GOTHENBURG, Sweden—Volvo expects a huge increase in sales of its plug-in hybrid vehicles by year-end after underestimating demand for its growing family of electrified models.
"By the end of the year we should be up to 20 to 25 percent," Volvo CEO Hakan Samuelsson said during a recent roundtable discussion with journalists.
In the models lines where plug-in hybrids are available, this includes the XC90 and XC60 SUVs and the V90 and V60 station wagons, those variants account for about 10 percent to 15 percent of Volvo's global sales.
Volvo didn't have enough batteries, electric motors and the other key components needed to make its plug-in hybrids, Samuelsson said.
"We are not happy because we could sell more (plug-in hybrids)," he said. "We underestimated the demand."
Samuelsson said Volvo is "ramping up all the components" it needs to produce its plug-in hybrids, as well as its recently added family of mild hybrid powertrains.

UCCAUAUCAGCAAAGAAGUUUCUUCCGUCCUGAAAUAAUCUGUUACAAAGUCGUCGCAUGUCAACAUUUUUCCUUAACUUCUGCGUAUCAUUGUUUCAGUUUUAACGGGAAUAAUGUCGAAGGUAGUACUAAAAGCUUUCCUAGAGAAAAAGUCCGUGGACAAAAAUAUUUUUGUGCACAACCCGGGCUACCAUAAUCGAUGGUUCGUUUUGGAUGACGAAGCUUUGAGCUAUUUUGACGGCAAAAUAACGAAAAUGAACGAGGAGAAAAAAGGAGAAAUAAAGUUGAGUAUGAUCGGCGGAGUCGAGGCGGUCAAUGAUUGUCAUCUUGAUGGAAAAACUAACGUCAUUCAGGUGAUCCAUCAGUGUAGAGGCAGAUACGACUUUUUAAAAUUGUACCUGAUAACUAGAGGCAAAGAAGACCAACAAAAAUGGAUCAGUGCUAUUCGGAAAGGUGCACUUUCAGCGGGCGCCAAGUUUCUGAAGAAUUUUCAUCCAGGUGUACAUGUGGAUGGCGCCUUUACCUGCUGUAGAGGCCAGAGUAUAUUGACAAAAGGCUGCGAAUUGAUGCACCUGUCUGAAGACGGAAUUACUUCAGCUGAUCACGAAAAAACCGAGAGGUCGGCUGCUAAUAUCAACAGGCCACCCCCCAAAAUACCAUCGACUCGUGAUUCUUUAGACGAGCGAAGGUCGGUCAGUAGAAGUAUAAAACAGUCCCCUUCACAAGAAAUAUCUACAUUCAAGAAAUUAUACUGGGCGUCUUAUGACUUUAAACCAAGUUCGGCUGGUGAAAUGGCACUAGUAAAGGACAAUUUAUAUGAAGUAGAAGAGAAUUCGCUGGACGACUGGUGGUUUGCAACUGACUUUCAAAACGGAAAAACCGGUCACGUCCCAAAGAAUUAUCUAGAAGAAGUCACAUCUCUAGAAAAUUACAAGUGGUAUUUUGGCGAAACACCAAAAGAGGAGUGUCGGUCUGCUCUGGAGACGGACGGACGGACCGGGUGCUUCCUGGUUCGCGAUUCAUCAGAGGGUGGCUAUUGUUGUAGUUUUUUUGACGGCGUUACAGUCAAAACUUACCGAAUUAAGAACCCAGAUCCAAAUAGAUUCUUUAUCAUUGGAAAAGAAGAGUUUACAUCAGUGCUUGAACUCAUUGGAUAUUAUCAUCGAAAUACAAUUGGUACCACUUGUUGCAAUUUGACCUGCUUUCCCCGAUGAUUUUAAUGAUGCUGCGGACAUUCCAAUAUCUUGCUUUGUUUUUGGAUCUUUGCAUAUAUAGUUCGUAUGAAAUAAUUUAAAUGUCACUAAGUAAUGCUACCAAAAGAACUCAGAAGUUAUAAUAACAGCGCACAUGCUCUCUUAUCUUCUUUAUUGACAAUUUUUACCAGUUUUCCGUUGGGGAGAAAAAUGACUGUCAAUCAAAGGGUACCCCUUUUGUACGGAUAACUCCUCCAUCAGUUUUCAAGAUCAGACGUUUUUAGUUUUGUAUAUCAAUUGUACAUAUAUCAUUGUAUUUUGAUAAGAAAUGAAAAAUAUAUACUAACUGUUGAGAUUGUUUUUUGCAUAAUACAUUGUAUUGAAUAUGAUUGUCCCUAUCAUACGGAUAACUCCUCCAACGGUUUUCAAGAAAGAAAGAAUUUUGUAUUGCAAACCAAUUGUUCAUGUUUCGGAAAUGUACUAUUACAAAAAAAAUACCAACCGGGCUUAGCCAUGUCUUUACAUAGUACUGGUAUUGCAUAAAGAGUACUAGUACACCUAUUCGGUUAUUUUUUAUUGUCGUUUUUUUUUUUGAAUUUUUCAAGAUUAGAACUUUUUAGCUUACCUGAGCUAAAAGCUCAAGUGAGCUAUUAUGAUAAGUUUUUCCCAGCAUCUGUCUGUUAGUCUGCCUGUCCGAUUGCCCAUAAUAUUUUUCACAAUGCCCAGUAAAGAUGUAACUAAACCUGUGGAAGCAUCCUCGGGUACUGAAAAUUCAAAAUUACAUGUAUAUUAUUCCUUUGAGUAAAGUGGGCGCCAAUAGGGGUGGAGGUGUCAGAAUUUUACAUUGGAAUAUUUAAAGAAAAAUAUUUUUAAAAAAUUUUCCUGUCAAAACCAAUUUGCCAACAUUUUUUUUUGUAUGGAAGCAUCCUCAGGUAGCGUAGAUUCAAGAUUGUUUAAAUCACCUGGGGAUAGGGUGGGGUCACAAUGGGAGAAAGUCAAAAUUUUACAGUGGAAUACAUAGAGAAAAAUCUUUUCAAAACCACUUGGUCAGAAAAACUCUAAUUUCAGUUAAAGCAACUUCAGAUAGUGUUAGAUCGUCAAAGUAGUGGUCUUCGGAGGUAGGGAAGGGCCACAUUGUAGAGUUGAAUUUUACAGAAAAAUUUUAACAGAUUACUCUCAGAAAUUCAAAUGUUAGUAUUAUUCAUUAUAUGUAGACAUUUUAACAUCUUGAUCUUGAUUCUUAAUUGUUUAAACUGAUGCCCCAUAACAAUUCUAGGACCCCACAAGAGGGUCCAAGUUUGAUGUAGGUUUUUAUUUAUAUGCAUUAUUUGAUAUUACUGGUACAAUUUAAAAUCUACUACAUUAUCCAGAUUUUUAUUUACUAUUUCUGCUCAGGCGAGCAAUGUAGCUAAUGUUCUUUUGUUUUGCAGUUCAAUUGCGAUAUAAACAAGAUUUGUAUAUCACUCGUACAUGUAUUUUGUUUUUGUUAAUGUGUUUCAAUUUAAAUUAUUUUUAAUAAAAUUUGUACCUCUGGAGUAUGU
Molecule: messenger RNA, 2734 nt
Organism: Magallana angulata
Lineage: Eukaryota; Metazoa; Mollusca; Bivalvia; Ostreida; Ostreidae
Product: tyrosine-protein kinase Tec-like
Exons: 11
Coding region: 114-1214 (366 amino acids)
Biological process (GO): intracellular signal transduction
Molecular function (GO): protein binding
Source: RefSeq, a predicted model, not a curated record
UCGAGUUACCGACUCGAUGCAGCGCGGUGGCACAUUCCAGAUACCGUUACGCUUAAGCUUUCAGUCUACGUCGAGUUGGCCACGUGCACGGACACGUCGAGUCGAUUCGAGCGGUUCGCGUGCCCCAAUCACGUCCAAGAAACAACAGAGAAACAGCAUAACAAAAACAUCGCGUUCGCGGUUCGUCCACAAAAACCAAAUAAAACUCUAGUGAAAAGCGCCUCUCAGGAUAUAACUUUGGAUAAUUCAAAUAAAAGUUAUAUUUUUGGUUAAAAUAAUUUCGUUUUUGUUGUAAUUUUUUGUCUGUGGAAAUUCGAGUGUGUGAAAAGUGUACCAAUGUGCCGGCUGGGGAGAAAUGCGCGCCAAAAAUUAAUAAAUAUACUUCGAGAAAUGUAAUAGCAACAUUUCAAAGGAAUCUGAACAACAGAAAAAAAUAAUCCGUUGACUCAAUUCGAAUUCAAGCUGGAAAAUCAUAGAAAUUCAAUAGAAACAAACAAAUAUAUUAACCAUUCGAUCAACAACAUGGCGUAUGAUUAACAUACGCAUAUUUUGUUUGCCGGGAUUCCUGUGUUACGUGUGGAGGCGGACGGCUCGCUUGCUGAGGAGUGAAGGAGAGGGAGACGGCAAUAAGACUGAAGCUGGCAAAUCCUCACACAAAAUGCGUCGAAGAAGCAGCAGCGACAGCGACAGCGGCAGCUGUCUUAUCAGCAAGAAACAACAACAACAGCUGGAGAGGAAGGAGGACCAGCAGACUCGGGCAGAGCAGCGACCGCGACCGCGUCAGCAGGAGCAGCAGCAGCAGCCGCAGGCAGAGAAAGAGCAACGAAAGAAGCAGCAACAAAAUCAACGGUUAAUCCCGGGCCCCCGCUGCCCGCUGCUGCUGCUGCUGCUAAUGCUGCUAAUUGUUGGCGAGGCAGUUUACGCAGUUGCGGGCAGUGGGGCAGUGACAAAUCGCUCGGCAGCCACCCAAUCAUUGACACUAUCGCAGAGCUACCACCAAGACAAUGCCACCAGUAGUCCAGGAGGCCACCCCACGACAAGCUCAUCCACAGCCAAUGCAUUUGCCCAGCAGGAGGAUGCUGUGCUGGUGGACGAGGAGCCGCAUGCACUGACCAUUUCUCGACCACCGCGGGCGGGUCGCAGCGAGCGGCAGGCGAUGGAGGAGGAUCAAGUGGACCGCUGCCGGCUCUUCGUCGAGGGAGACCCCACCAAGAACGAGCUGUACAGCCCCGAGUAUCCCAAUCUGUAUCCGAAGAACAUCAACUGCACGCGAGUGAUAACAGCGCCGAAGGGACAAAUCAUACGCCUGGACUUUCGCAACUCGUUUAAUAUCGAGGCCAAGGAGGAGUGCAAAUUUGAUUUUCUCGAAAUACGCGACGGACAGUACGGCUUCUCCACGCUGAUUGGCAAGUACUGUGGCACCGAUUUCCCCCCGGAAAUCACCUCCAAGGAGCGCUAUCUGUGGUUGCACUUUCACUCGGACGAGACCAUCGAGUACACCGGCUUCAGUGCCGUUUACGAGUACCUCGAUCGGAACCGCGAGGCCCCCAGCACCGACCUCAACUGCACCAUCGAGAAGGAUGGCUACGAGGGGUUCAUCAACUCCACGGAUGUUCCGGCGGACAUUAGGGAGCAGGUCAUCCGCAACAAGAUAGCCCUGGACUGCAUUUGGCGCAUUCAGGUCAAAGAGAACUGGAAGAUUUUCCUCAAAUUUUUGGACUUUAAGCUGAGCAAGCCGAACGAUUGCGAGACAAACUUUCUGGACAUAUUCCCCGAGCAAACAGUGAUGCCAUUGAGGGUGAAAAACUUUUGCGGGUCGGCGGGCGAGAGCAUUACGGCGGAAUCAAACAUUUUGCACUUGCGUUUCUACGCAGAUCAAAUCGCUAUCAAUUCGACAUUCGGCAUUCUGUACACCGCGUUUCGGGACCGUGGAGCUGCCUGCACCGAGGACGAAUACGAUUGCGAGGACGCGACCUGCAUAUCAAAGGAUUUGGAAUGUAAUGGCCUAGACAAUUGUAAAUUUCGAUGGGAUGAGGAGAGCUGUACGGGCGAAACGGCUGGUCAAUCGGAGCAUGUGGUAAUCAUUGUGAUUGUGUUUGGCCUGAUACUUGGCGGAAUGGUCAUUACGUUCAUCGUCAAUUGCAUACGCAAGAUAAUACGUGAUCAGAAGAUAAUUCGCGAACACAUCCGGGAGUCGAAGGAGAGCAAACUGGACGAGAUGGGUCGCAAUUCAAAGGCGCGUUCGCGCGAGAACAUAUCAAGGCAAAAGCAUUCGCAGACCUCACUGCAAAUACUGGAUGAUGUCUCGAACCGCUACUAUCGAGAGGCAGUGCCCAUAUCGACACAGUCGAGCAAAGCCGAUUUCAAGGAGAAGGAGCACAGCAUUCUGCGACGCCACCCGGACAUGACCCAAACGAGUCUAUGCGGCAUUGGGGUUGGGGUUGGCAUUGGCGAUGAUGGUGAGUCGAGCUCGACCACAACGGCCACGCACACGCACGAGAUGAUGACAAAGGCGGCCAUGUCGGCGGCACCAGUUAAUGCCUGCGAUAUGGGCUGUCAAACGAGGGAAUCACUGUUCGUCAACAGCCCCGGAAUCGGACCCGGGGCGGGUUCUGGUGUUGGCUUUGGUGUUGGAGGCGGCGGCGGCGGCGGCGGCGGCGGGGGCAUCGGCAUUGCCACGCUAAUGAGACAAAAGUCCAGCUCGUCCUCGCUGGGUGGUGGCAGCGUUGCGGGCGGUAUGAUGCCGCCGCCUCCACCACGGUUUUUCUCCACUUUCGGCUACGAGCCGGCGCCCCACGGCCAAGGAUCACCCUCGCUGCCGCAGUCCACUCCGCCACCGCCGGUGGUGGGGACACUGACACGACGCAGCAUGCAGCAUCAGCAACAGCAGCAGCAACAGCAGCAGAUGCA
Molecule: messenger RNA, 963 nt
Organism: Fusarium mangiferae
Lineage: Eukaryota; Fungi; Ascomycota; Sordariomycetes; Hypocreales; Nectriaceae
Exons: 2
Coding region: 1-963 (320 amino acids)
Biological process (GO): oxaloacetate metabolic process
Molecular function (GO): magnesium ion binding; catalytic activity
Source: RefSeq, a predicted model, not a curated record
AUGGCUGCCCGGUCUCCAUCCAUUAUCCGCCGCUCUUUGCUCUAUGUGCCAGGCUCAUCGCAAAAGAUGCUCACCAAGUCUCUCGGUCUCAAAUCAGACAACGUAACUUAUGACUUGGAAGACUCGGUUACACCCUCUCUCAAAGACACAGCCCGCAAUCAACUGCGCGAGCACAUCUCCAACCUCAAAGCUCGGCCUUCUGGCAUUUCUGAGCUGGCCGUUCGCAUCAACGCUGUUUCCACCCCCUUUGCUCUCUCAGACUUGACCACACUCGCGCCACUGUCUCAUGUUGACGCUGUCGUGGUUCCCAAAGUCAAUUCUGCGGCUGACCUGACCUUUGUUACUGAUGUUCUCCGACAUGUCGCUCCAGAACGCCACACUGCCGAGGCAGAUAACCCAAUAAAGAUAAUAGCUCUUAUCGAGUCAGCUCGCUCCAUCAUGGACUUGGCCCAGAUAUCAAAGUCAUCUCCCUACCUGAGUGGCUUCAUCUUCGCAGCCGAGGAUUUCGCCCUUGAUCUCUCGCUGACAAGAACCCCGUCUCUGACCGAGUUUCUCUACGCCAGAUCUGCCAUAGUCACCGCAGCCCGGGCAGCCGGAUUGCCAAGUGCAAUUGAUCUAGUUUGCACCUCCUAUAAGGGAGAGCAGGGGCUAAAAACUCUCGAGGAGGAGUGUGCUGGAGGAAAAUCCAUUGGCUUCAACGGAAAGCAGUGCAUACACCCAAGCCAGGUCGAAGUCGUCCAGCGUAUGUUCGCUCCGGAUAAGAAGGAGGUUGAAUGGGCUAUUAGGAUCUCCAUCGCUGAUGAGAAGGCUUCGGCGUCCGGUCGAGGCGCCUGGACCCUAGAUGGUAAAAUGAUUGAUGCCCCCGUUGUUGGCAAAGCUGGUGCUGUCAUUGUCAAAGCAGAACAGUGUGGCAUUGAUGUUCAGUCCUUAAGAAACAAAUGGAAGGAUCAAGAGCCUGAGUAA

"We are tripling the capacity from what we had about a year ago to where we will be at the end of this year," he said.
Volvo will introduce a range of mild hybrids this year, starting with diesel and gasoline versions on the XC90 and XC60. The mild hybrids, which will wear Volvo's new B badge, will be equipped with Volvo's brake-by-wire energy recovery system.
Despite the supply bottleneck Volvo sold 26,800 plug-in hybrids in Europe last year, up from 16,000 in 2017, according to figures from market analyst JATO Dynamics. By 2021, Volvo expects that a quarter of the vehicles it produces worldwide will be plug-in hybrids. The other model lines that offer the powertrain are the S90 and S60 sedans.